Curran M.

Curran stands with the Pathways team at the Pathfinder event in August 2018.

Having grown up always feeling in the wrong, Curran developed a hard shell to protect himself. As he grew older, he developed an anger management problem that would negatively affect his life, career, and most importantly – his marriage. “I always just thought I was angry and full of rage. I’ve always been ready to explode at the drop of a hat.”

One of many instances of Curran’s anger was Halloween when he and his wife were preparing for a party. Curran was trying his best to peel eggs, but was struggling, causing his frustration to escalate to anger and then rage. His face flushed and Curran felt incapable of helping, unlovable, and unsafe due to his anger. In the midst of the argument with his wife, he went to stick a knife into the cutting board and cut right through his pinky.
This incident was Curran’s worst nightmare coming to life. Playing guitar was his career and passion. At the hospital, Curran repeatedly told the emergency room doctor that if he couldn’t fix his pinky, he would kill himself. Thankfully, just days later a hand surgeon was able to save Curran’s pinky.

Curran continued to struggle with anger and rage. Towards the end of 2017, Curran had a public “meltdown” at one of his band’s shows, leaving him in a deep depression.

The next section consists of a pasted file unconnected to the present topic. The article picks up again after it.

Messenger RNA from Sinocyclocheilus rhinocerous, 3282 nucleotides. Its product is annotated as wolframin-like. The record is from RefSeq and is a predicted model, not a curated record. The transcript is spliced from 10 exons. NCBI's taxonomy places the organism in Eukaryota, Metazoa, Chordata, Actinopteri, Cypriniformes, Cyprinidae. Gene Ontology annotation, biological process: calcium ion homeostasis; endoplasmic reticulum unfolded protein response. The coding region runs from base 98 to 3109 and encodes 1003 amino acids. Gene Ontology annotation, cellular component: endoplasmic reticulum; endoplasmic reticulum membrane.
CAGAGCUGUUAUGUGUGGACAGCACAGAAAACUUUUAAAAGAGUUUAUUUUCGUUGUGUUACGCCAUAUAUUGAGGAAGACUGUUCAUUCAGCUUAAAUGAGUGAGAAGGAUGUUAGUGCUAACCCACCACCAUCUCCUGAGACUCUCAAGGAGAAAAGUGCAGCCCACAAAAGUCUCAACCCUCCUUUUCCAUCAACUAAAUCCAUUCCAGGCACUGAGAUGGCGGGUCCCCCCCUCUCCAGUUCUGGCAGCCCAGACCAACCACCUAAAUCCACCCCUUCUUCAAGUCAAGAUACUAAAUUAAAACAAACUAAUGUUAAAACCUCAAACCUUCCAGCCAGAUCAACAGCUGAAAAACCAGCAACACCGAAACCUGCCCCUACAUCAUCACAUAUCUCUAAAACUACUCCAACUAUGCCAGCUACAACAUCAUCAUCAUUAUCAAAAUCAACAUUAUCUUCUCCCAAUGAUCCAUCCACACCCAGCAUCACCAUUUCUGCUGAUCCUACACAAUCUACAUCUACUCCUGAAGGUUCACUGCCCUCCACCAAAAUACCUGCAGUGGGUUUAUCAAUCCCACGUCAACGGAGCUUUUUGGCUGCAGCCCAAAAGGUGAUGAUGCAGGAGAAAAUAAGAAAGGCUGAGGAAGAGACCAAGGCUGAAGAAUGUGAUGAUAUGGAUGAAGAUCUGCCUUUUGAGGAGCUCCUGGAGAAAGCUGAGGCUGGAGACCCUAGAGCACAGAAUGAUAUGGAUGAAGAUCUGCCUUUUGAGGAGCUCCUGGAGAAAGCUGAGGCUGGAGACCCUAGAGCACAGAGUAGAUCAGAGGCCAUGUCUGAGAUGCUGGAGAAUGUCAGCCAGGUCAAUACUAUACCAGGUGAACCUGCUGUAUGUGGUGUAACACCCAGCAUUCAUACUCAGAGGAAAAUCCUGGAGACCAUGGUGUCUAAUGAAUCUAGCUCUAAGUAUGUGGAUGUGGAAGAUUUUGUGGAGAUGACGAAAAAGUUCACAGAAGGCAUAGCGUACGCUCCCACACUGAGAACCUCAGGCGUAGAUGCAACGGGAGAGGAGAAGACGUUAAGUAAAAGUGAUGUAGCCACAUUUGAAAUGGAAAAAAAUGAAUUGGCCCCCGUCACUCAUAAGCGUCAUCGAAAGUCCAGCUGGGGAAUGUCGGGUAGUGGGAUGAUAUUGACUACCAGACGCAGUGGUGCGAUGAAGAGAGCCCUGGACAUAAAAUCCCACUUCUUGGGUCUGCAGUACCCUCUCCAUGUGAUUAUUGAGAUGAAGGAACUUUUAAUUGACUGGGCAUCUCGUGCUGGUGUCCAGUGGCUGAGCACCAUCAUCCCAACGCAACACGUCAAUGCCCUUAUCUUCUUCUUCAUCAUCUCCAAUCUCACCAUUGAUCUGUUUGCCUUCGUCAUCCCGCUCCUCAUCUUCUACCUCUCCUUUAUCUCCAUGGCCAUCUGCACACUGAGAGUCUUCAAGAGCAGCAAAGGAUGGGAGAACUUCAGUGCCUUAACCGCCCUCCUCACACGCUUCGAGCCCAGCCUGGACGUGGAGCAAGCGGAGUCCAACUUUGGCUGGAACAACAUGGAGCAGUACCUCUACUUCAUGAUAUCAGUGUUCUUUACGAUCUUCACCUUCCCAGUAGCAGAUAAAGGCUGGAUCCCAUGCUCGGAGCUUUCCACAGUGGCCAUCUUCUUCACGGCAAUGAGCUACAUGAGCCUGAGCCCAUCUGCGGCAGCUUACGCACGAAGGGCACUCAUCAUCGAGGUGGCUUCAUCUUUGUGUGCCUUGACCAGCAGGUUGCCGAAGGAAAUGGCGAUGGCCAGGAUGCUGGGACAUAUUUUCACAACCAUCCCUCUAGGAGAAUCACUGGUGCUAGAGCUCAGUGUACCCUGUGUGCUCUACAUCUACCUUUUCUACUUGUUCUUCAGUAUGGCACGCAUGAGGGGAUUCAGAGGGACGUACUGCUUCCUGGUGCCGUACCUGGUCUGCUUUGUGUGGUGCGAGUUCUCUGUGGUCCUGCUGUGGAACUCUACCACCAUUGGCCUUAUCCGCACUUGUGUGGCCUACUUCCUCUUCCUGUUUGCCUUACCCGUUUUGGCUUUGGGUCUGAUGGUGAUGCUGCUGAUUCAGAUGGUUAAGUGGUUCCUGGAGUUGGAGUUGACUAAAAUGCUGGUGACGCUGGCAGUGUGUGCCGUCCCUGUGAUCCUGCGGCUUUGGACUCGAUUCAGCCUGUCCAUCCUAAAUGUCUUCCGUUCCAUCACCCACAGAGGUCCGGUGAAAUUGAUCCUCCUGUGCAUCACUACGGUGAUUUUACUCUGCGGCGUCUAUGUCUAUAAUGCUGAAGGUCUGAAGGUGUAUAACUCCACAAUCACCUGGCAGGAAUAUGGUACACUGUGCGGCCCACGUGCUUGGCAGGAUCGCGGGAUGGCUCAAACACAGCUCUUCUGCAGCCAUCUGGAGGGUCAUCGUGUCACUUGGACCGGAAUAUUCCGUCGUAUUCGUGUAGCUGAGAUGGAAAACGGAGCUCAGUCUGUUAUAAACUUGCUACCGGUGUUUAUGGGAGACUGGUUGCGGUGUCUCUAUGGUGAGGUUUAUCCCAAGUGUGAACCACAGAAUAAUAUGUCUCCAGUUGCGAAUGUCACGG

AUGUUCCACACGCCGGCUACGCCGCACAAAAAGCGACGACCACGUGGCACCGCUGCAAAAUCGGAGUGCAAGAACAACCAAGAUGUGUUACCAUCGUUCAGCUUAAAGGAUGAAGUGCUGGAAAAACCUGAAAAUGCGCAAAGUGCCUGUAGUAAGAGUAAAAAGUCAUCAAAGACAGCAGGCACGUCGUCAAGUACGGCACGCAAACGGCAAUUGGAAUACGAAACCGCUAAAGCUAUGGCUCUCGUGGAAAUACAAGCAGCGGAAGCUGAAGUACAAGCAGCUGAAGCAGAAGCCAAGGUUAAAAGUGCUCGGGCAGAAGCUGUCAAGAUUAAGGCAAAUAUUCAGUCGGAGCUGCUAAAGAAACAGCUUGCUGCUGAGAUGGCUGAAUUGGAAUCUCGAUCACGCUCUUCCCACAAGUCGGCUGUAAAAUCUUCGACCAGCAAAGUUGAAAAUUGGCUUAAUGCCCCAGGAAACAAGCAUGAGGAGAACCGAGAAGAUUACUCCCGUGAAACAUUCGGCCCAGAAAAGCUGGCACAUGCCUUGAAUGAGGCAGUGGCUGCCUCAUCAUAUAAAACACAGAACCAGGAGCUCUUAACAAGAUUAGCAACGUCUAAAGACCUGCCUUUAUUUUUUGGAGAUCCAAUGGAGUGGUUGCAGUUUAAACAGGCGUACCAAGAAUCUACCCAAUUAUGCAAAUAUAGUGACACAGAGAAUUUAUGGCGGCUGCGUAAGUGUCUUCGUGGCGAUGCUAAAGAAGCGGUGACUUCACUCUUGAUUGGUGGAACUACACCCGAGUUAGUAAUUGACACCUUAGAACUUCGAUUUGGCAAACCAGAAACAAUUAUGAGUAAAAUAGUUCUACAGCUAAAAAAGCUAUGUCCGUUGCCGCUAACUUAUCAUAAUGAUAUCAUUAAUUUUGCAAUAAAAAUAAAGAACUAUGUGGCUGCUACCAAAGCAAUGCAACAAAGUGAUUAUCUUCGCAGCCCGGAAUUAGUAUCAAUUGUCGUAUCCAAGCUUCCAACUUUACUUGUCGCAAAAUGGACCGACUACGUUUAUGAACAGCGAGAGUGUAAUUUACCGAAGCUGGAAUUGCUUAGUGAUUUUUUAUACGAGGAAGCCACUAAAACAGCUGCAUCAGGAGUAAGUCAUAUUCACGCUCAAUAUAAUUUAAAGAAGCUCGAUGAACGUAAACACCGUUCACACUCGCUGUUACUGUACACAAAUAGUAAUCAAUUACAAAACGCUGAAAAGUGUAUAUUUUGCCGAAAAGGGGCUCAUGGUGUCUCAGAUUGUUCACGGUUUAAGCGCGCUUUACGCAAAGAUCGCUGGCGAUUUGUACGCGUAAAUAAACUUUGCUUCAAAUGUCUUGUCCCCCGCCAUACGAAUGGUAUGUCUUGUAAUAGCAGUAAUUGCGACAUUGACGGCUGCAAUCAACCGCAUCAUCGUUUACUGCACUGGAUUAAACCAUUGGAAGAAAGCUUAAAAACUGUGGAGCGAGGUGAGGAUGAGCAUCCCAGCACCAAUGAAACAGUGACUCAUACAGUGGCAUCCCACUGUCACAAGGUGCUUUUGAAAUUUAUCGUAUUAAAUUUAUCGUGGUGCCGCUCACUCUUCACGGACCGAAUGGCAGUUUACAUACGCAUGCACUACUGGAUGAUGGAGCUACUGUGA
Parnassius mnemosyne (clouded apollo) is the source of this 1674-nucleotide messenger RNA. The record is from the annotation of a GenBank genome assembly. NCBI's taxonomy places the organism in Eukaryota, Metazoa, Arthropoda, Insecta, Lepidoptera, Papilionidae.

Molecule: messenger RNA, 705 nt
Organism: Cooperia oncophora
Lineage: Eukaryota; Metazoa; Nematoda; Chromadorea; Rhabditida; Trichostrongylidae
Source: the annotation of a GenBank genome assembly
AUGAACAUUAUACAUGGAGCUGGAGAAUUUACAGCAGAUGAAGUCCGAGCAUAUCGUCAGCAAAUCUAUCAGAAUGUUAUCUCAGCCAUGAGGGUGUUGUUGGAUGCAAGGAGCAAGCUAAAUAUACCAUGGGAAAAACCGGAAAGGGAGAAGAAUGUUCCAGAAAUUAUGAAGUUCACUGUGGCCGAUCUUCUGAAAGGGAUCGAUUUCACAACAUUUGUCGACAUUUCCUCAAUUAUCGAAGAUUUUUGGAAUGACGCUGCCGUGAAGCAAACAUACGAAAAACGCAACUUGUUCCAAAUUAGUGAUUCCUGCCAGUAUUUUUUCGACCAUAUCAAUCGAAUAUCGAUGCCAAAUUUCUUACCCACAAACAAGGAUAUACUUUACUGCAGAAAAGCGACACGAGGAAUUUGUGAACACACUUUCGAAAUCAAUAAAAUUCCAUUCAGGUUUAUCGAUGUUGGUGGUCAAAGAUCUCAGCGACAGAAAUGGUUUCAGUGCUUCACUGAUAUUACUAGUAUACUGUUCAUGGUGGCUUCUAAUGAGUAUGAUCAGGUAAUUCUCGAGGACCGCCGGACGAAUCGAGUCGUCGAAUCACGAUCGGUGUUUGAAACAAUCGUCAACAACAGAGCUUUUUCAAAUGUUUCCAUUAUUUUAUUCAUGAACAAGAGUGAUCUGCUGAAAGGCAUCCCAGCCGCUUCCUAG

“When my wife said ‘this isn’t the kind of marriage I want’, that was the red flag. I love my wife so much. It was in my wedding vows to her to be patient.”
Curran states he was never truly suicidal, he just wanted to be someone else. Curran wandered around Kenmore and entered a small family practice while having a mental crisis. That doctor’s office suggested Curran seek help at Portage Path Behavioral Health.

When Curran arrived at Portage Path, he could barely function and had to have staff complete his paperwork for him. He was evaluated and directly referred to the Pathways Program.
Pathways is a clinical day treatment program designed to help individuals reduce symptoms, gains stability, and build essential life and problem solving skills. Participants effectively make changes to positively impact their lives and regain a sense of hope for the future.

Curran came into Pathways very skeptical. “When I started Pathways, I was very controlling, like if I did things a certain way, everything will go exactly as I demand it to go.” He read the Pathways manual and thought it was a bunch of ‘mumbo jumbo’, then he realized he was reading about his own current actions and reactions. Curran links his negative core belief system to the way in which he was raised in the Catholic Church and school system and the spiritual abuse he experienced as a child. Now he uses the positive 5 core beliefs taught in the program to turn his thinking around and change his behavior. He has rebuilt his life.

“They didn’t minimize anyone’s problems in Pathways. Just because I felt that someone else’s problems were worse than mine, didn’t mean mine weren’t important too. People started to notice a difference. My band would come up and say ‘you’re different, something is different.’”
“Pathways has absolutely changed my life – and saved it.”